Do you have a great workplace culture? Are you the CEO, a front line employee, or somewhere in the middle? Is your assessment honest or are you in workplace culture denial?
Blind spots can be devastating. When we fail to see or to accept things that are happening right in front of us, the outcomes won’t be favorable.
There is a lot of talk from CEO’s in small businesses about the challenges they face with hiring, employee retention, and finding the best talent.
The trendy answer is connected to blame. Many blame it on low unemployment numbers. Mathematically there is some justification for this, it looks good, and if you lift the covers for a peak at the data it seems to justify it.
Is that all of the problem?
Have a Meeting
I see media reports of government agencies holding roundtable discussions, events, and panel talks. They play the blame game and keep asking CEO’s what they need.
Soon the conversation will shift to culture. Proud CEO’s boast about everything from installing televisions and a pool table in the lunch room, to putting in skylights, or having a nature trail behind their building.
Do these things matter? Certainly, they matter and can be valuable. Yet, these material things on their own are not a culture change.
Culture Rich Means People
Some of the most culture rich organizations I encounter don’t have any of those things. Yet, they seem to get a lot of great resumes, have good choices for hiring, and are growing their business.
Here is the thing. In a very general sense, the best people don’t want to work for an organization they want to work with an organization. It is not inclusive of everyone, but largely this is about the mindset and culture.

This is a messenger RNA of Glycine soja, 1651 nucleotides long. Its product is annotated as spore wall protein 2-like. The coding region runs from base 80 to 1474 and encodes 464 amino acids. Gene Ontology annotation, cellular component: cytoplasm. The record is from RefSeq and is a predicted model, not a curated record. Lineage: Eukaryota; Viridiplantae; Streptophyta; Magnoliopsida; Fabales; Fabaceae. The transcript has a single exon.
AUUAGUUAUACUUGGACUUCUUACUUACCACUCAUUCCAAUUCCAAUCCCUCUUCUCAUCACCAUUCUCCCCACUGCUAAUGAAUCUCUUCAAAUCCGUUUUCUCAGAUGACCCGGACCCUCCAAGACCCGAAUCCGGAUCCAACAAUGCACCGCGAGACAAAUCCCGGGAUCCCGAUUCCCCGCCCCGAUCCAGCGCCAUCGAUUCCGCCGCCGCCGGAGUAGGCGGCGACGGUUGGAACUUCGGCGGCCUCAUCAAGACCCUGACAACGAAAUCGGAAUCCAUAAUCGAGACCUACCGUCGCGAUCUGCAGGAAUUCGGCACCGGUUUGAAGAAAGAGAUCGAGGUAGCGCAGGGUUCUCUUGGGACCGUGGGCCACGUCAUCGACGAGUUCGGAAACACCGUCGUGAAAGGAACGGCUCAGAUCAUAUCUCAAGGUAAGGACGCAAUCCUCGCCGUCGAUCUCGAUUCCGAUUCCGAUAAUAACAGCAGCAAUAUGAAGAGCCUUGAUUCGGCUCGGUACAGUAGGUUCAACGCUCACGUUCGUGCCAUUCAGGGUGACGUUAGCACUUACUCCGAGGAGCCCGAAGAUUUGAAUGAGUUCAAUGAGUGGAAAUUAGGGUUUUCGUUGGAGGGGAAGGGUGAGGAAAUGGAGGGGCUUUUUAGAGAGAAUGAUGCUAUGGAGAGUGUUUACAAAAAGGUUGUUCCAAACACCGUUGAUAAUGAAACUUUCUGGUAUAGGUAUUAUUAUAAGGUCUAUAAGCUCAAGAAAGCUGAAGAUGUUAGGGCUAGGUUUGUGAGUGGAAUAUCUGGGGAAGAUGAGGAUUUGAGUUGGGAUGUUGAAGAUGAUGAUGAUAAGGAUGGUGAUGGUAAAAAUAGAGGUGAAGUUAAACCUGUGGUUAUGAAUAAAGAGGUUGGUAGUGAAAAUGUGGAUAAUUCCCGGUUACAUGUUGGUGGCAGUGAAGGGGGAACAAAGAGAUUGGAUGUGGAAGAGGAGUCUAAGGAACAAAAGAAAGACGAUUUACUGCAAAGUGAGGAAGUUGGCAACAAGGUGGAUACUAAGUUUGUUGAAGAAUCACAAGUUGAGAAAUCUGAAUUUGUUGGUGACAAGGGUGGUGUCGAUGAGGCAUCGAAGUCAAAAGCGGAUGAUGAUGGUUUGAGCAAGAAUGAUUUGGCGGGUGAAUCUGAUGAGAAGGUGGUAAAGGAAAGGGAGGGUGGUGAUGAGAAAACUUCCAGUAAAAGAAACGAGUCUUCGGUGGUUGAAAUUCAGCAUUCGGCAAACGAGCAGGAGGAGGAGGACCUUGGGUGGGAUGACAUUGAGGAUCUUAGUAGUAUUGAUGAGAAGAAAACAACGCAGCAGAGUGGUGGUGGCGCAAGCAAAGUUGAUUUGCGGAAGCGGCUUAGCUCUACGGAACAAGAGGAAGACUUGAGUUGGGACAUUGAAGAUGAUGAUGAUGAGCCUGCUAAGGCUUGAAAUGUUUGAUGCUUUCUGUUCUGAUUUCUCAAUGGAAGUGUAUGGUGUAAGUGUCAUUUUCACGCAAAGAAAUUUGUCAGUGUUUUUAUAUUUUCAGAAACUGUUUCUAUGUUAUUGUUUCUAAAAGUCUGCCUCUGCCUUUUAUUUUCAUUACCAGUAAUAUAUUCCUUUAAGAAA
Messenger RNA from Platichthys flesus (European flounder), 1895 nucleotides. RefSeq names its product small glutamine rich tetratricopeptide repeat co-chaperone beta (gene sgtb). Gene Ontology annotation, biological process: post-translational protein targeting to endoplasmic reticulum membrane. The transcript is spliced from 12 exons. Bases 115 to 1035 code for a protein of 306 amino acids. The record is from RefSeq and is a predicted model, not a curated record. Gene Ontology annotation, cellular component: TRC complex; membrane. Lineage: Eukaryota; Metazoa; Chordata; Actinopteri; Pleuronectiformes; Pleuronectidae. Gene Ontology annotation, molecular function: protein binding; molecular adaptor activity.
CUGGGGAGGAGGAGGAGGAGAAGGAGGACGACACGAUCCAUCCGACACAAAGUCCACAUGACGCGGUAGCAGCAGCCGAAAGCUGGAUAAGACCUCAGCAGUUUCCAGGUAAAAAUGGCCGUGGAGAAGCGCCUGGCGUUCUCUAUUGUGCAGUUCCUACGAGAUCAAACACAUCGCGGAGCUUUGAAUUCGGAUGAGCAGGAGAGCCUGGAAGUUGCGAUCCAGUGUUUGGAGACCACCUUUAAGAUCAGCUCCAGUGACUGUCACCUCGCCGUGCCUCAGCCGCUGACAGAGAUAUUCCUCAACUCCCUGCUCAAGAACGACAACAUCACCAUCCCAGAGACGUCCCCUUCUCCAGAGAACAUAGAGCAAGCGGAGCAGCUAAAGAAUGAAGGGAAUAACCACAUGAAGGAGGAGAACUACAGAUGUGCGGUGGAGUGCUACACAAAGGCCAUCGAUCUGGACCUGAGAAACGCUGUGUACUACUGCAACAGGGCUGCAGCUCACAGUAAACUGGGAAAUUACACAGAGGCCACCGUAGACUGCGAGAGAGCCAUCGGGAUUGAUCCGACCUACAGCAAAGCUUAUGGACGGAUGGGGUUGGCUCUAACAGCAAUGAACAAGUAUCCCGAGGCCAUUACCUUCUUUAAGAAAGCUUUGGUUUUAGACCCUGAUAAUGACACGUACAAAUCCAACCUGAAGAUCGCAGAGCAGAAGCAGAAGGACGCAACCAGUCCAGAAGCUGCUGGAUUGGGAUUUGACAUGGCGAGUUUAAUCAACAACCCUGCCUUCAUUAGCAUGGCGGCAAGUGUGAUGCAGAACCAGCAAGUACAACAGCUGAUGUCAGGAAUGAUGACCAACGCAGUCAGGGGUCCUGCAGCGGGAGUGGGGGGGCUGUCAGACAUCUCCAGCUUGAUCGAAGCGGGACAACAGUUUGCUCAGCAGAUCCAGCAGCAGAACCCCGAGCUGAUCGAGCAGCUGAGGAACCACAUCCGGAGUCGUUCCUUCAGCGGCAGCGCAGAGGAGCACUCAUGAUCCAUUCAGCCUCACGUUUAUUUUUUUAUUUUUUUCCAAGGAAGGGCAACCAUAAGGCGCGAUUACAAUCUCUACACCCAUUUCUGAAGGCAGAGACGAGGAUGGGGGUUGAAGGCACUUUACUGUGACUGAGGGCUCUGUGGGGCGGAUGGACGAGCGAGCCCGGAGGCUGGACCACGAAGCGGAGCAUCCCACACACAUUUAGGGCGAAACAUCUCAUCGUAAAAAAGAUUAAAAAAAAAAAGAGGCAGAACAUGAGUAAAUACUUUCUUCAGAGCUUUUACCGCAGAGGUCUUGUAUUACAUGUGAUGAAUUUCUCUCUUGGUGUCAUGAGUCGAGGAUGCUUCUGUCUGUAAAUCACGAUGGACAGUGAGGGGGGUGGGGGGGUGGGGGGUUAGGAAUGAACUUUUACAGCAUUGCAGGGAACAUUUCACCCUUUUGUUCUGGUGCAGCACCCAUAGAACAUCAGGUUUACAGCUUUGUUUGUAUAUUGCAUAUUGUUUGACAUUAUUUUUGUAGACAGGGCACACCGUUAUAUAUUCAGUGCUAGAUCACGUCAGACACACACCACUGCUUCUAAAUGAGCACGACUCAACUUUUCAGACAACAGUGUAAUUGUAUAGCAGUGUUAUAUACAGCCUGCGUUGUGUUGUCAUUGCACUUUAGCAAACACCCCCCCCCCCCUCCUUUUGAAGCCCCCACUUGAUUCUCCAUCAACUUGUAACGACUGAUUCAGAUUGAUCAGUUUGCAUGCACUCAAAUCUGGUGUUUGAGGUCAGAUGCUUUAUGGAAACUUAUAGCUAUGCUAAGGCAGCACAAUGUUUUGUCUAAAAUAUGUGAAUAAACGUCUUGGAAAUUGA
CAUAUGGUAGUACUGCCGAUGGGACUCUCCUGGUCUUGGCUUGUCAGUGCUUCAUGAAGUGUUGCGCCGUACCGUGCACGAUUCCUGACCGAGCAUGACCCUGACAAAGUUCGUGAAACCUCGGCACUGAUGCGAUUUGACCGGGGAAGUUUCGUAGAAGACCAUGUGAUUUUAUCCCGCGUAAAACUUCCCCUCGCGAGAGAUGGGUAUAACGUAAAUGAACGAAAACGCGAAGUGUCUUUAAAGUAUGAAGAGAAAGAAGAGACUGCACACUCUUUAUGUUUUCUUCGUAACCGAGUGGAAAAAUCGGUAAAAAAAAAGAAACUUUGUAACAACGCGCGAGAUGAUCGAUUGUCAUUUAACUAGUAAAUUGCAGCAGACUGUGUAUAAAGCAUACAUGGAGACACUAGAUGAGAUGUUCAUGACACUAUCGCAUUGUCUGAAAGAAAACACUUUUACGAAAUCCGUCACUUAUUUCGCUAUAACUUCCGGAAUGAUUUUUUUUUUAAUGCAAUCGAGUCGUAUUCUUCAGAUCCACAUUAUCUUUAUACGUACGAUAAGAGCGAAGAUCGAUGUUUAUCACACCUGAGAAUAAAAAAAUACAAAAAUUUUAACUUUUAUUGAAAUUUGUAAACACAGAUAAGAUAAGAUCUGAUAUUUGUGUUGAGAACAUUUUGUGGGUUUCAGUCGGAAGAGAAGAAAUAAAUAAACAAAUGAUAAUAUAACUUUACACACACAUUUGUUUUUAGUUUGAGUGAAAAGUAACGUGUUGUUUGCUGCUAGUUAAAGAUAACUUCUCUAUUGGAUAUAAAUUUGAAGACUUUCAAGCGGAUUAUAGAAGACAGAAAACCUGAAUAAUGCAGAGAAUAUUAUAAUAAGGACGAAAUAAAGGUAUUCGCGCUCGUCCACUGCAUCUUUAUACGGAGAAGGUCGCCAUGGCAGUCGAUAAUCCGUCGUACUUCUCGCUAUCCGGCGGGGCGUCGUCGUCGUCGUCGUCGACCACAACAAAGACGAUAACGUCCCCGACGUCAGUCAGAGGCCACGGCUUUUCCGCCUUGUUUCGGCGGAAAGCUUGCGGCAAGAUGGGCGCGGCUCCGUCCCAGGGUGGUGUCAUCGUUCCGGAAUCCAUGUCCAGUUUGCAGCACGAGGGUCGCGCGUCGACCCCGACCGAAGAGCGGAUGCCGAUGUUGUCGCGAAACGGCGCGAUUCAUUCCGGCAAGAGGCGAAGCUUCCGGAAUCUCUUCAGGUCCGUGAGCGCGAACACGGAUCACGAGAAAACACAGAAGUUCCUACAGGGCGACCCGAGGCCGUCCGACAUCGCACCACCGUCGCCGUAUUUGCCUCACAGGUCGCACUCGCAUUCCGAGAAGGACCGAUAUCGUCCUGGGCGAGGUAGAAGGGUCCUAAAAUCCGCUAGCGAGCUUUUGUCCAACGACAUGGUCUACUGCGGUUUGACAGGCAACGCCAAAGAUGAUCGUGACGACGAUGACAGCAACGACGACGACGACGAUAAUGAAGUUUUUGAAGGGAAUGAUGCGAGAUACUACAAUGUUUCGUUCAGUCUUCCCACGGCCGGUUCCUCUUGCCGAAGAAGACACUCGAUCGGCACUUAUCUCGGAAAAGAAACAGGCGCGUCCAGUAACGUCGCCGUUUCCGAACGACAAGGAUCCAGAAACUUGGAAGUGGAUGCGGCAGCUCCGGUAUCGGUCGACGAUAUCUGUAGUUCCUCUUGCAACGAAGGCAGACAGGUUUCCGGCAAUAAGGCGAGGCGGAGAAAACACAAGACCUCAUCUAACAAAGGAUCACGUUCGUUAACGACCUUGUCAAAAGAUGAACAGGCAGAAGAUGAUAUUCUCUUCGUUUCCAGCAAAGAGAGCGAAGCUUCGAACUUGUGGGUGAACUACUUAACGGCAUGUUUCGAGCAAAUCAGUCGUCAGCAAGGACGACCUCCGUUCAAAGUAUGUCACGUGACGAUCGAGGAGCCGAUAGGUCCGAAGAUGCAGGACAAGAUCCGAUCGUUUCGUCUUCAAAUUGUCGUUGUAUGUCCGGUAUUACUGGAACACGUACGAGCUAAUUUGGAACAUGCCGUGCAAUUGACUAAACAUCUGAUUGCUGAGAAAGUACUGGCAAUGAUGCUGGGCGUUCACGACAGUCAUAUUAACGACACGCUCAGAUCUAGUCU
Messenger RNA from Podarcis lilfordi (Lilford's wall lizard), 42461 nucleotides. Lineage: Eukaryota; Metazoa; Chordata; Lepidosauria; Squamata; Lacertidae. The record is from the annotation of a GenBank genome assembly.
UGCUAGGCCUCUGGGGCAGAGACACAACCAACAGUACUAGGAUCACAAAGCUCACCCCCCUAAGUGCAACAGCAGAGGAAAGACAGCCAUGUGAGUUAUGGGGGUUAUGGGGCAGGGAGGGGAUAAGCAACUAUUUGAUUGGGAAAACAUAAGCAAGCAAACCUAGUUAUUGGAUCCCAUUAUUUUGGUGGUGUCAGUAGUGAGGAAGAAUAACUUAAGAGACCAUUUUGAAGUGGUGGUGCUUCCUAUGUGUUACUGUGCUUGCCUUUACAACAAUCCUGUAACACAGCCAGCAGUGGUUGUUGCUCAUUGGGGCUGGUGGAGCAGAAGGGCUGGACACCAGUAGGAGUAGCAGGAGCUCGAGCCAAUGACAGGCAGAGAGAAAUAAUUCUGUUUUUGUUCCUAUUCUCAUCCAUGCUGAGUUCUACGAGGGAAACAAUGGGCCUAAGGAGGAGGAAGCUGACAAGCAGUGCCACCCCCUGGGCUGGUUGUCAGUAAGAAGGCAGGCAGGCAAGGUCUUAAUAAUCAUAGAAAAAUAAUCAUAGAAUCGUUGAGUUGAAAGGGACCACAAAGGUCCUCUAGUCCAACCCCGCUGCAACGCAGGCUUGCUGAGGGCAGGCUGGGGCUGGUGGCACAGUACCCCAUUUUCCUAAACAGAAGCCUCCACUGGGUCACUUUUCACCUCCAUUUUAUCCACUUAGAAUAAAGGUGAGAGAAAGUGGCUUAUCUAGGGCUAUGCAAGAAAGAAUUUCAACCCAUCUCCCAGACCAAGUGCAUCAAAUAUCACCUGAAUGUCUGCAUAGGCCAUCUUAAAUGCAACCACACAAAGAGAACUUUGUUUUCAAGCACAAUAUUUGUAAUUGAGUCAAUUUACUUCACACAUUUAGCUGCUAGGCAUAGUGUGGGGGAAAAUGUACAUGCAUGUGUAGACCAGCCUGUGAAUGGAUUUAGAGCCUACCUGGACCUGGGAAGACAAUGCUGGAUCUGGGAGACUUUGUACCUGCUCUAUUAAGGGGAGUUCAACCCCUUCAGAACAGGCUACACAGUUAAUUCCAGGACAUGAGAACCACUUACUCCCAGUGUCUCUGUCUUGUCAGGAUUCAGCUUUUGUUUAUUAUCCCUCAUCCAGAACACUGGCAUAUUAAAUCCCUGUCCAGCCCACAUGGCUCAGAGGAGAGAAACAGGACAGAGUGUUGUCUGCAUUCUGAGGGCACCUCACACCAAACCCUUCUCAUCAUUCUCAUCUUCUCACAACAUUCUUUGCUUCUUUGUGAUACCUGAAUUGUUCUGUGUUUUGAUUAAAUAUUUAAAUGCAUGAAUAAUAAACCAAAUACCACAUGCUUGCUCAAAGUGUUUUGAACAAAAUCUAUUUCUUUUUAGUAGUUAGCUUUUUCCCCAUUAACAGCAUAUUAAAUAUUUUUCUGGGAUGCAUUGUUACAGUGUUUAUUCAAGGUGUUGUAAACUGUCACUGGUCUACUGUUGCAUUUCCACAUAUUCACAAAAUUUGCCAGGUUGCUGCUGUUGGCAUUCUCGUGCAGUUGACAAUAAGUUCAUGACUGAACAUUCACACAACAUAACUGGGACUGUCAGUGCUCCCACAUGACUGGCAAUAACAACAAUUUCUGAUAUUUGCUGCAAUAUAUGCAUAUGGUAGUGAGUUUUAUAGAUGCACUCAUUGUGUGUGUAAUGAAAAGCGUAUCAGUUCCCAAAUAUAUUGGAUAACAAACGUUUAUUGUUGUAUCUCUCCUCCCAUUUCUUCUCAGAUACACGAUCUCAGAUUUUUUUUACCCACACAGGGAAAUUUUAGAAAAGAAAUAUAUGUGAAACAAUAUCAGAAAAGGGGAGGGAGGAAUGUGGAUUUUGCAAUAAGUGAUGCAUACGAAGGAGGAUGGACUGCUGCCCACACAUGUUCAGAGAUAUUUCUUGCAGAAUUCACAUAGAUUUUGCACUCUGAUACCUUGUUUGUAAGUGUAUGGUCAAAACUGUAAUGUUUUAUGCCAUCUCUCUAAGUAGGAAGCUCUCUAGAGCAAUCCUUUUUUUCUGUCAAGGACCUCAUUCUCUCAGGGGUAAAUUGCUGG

CEO’s who believe the path to productivity, efficiency, and revenue are accomplished with robotic contributions, need to invest in that equipment. It is not a bad idea. It just isn’t a people oriented idea.
Workplace Culture Denial
People aren’t tools and tools aren’t people.
Technology is amazing. It certainly is our future.
Invest, invest, and invest! Then invest some more.
Yet you can’t expect to treat people like robots. You’ll find some who will work like that, but others will go to an organization where they feel valued and not like a tool to get the job done.
You can’t be in denial about culture.
The culture is what you make it. Largely it is connected to the highest leadership roles, yet people in the middle or front line can make positive contributions even if there is some denial in the C-Suite.
Install your skylights, brighten the work area, and build a nature trail. It really doesn’t matter if the feeling of the people stays the same.
Dennis E. Gilbert is a business consultant, speaker (CSPTM), and culture expert. He is a five-time author and the founder of Appreciative Strategies, LLC. His business focuses on positive human performance improvement solutions through Appreciative Strategies®. Reach him through his website at Dennis-Gilbert.com or by calling +1 646.546.5553.